Treating the Infection of Individualism in the Church
There are other contributing factors to how individualism’s influence has grown in the church, including revivalism, democratic principles, and even free-market capitalism. So how should the church treat this infection called individualism? Let me suggest a few ways.
First, we must recover meaningful church membership. Pastors need to blow off the dust of their church covenant and begin using it to teach on the covenant bond of membership in the local church. The church covenant is the written document of your church that outlines what it means to live in community in a local church. It clarifies the expectations of every member and helps them to understand their accountability to the church and their responsibility for the church. We must raise the level of expectations for membership instructing our congregation to live holy lives and committing themselves to the building up of the body of Christ. Teaching through the church covenant or starting a new membership class can be a great way to begin recovering meaningful membership within your congregation.
Second, we must de-individualize believer’s baptism. Strangely enough, Baptist churches don’t teach much about baptism. As a result, many see baptism as an exclusively individual act. Believer’s baptism must be understood as the door of entry into the life of the local church. We are baptized not only into Christ, but also his body, the local church.
Third, we must reject Baptist clericalism. Another bizarre symptom of individualism in Baptist churches is a sort of clericalism, where only paid pastor’s can do the work of ministry. This mindset sees the pastor as chaplin, care-giver, and ministry-services provider. Instead of seeing ever member as a doer of ministry, ministry is outsourced to paid professionals. Baptist churches must reject clericalism and cultivate a communal ministry to one another and the world.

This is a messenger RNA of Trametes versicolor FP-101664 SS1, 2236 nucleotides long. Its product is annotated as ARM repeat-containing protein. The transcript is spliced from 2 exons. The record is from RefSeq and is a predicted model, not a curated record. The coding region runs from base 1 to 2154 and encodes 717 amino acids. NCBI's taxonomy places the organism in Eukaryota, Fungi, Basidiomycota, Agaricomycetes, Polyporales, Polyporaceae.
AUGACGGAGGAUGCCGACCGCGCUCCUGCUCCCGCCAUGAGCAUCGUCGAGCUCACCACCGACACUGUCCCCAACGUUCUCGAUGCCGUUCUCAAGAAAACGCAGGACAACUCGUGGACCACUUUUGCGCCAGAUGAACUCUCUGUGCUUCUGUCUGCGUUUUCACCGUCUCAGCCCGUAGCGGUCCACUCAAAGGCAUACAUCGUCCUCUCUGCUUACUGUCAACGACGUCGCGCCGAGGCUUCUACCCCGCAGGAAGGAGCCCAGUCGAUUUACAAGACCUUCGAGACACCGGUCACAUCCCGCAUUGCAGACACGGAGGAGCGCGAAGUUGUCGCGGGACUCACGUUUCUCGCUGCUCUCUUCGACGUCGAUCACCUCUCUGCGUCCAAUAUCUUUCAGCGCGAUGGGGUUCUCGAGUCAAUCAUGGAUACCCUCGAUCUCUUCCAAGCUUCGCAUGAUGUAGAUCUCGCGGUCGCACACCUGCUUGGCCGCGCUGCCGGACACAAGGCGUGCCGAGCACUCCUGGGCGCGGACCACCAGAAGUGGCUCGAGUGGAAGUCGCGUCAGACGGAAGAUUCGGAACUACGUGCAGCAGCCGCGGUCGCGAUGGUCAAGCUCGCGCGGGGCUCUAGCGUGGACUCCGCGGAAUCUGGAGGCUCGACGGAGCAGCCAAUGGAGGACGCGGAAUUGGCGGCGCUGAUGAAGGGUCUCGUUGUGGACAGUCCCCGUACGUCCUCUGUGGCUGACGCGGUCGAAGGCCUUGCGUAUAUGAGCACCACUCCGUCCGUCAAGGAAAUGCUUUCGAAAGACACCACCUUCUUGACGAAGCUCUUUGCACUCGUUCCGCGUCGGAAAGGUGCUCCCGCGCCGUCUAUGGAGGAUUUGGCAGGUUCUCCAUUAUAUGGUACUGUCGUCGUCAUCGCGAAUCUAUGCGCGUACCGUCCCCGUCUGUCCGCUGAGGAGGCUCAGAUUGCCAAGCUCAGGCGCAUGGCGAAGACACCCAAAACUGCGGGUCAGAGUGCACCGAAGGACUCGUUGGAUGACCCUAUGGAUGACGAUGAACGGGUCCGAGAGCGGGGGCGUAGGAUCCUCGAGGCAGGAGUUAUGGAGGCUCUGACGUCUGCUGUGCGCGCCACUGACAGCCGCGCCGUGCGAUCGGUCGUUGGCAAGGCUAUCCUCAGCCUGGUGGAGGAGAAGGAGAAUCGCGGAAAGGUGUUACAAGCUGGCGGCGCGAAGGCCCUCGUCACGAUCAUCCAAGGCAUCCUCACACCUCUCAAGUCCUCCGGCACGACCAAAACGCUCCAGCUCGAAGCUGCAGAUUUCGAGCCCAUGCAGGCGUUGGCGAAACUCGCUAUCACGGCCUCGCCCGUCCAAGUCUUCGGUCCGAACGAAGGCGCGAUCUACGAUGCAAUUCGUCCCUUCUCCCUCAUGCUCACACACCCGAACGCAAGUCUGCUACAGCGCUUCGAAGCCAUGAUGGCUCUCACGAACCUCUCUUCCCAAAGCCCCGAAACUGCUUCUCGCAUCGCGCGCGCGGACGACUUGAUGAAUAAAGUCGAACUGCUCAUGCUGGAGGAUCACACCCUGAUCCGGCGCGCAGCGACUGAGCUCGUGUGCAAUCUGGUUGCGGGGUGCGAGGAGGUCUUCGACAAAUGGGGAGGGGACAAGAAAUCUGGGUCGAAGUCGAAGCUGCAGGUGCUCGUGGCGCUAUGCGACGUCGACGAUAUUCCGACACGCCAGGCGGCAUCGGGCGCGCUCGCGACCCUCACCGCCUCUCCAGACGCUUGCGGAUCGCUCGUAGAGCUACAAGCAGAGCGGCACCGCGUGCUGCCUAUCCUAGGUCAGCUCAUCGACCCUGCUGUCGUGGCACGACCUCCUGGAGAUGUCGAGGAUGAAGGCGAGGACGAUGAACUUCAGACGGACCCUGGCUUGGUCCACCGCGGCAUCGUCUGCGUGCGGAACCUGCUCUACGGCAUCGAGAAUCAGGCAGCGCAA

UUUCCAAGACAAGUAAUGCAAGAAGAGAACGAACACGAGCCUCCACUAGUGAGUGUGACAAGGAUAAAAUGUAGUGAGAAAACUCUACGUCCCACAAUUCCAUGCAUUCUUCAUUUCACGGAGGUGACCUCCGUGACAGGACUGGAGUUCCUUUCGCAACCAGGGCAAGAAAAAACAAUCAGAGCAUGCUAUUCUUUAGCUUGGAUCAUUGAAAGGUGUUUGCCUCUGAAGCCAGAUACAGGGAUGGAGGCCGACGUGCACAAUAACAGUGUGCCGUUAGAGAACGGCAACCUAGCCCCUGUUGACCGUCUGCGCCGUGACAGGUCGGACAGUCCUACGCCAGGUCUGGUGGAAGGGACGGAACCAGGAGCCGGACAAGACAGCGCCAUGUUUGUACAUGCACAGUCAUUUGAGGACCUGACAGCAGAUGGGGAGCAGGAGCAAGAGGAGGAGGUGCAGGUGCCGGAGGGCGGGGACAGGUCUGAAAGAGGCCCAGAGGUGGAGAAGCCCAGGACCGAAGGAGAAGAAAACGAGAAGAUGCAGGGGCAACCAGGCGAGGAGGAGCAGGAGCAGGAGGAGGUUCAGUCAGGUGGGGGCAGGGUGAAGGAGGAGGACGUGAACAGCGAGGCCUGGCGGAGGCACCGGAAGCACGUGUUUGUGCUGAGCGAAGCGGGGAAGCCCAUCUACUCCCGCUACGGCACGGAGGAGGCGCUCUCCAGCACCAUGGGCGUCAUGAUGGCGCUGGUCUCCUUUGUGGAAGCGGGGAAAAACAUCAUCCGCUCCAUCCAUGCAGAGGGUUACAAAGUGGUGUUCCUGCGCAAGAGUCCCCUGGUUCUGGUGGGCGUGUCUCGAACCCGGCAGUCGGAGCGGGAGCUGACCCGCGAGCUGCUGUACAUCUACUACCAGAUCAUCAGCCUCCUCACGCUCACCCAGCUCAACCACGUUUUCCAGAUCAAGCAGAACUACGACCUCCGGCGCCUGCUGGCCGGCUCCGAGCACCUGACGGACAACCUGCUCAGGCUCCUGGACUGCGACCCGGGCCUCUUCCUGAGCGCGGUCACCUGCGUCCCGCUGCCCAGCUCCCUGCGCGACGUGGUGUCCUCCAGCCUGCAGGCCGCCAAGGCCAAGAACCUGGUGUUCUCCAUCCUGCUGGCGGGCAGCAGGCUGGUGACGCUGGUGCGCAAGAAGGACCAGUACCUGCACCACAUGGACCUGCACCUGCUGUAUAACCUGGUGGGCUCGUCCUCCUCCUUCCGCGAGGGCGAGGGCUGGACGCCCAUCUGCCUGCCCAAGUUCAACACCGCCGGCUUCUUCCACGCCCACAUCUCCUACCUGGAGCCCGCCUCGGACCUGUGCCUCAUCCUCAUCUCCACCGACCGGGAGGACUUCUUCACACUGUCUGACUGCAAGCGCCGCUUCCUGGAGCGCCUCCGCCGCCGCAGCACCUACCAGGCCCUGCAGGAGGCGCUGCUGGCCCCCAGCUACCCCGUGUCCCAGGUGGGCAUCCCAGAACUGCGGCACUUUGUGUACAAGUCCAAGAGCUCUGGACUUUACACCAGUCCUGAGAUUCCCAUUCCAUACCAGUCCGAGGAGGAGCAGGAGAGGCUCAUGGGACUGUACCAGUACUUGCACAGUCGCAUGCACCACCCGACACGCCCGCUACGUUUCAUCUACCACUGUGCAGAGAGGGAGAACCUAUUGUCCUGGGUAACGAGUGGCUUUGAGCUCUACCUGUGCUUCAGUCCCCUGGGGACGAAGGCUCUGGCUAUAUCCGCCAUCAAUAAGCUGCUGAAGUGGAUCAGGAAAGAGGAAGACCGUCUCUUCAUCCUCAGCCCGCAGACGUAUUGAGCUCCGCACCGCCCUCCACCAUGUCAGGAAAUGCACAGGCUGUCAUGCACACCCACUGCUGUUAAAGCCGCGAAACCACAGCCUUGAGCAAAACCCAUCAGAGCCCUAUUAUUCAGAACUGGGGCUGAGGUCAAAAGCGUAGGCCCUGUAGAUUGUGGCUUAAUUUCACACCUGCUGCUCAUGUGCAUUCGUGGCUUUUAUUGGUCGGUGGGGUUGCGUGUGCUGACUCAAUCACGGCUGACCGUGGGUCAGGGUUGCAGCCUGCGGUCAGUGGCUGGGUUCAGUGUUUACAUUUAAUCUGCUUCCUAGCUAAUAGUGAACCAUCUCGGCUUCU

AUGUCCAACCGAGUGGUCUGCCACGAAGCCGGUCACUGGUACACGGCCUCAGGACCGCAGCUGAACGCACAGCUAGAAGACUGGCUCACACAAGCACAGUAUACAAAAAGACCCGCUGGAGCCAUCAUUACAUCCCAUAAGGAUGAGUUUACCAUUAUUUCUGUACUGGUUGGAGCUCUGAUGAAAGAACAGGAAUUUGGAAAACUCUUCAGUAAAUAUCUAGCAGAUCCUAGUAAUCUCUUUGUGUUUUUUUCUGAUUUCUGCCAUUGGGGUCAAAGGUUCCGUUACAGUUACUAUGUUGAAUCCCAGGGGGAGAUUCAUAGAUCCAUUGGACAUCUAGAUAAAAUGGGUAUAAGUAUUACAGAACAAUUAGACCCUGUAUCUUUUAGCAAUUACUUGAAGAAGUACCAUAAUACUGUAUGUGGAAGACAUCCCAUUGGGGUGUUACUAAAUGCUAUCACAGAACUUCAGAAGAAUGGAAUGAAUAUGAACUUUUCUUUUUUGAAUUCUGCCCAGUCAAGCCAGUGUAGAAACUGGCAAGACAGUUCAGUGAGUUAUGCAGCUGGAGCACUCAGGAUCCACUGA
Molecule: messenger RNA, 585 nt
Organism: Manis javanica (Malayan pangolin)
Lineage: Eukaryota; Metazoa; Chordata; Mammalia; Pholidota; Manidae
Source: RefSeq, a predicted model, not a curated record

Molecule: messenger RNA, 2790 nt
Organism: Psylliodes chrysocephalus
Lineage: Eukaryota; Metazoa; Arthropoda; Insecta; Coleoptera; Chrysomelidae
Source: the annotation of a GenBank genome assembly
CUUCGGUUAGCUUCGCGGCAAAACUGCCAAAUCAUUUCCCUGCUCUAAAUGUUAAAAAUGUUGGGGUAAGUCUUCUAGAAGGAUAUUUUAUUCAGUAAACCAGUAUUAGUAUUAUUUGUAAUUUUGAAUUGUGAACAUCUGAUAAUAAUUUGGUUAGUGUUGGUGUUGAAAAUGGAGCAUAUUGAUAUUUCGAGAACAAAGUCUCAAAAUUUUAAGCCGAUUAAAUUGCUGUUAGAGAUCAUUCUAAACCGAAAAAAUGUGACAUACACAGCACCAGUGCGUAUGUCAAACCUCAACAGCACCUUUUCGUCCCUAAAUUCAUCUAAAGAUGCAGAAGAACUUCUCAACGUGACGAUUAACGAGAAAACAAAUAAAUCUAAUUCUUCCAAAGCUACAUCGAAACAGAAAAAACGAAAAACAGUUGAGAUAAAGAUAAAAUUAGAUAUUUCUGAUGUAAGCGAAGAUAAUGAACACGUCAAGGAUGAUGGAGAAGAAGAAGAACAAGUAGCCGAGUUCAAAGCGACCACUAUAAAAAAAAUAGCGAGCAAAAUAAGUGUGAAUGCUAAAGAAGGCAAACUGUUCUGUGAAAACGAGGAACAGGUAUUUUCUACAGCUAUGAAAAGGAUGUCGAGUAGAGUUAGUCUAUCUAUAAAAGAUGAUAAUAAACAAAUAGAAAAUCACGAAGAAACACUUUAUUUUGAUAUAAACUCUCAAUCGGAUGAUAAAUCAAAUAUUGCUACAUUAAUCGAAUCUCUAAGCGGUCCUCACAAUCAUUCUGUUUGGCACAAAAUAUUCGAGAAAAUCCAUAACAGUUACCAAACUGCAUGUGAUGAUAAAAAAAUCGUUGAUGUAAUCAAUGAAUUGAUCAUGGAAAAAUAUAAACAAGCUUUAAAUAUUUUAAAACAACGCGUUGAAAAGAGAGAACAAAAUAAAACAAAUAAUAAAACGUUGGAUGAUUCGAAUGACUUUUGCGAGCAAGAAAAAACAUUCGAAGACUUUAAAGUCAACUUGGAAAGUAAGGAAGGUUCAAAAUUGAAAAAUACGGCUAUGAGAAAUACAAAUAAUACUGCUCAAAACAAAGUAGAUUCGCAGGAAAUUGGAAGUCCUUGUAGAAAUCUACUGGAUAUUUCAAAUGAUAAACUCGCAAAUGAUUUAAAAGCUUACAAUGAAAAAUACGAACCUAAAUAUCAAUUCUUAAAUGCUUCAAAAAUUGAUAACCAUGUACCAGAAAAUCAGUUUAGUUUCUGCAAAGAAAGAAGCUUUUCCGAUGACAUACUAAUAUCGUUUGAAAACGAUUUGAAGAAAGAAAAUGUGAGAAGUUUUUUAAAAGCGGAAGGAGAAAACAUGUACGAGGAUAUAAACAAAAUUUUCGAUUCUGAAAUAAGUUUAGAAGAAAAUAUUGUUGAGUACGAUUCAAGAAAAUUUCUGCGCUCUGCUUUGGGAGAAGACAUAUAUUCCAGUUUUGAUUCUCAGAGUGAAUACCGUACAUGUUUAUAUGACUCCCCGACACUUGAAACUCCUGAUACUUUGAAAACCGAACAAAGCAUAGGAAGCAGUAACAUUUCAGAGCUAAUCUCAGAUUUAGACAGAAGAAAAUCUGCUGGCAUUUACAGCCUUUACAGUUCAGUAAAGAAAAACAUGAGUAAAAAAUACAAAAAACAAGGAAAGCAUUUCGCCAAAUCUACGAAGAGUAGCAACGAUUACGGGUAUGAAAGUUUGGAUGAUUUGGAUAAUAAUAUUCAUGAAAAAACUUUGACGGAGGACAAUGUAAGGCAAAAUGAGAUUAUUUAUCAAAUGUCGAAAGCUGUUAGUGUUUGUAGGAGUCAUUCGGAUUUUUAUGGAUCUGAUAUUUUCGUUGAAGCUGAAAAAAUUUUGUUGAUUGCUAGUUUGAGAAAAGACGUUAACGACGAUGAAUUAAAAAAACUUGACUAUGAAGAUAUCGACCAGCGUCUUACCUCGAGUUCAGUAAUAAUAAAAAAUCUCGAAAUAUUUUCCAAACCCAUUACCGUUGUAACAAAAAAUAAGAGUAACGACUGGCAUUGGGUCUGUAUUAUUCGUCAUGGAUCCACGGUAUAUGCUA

Fourth, we must create a culture of communal discipleship. Pastor’s and ministry leaders must eliminate the category of “pew sitting” in the congregation. Pastors must understand themselves not as the exclusive “doers” of ministry, but as the “equipers” of ministry (See Eph 4:11–15). Pastors must mobilize their congregation to evangelism and discipleship, challenging them to step outside of their individualistic prison into the freedom of selflessness, service, and ministry to others.
The Compelling Vision of a Contrasting Community
Instead of replicating the culture, the church must provide a life-giving alternative. As the hyper-connectedness of our technological age breeds isolation, people are starving for community. Here, then, is the church’s great opportunity. The church, as a city set on a hill, must contrast the culture by modeling a self-denying community of love. The church is to attract the lost, but not through the imitation of American consumerism, but with the contrasting community of the redeemed. The Gospel brings us out of our own narcissism into union with Christ, but also union with one another in the church. The greatest evangelistic strategy the church can employ today is this: demonstrate a compelling and contrasting community that can only be explained by the Lord Jesus Christ.
 By no means are these the only two historical factors. Due to the limited scope of a blog post, I’ve only selected two. For a fuller treatment see chapter 8, The Priesthood of All Believers, in Paul Basden, ed., Has Our Theology Changed?: Southern Baptist Thought since 1845 (Nashville, Tenn: B&H, 1994).
 Sean Michael Lucas, “Christianity at the Crossroads: E. Y. Mullins, J. Gresham Machen, and the challenge of Modernism,” Southern Baptist Journal of Theology 3 (Winter 1999). 74.
 Carlyle Marney, Priests to Each Other (Valley Forge, Pa.:Judson, 1974), 7.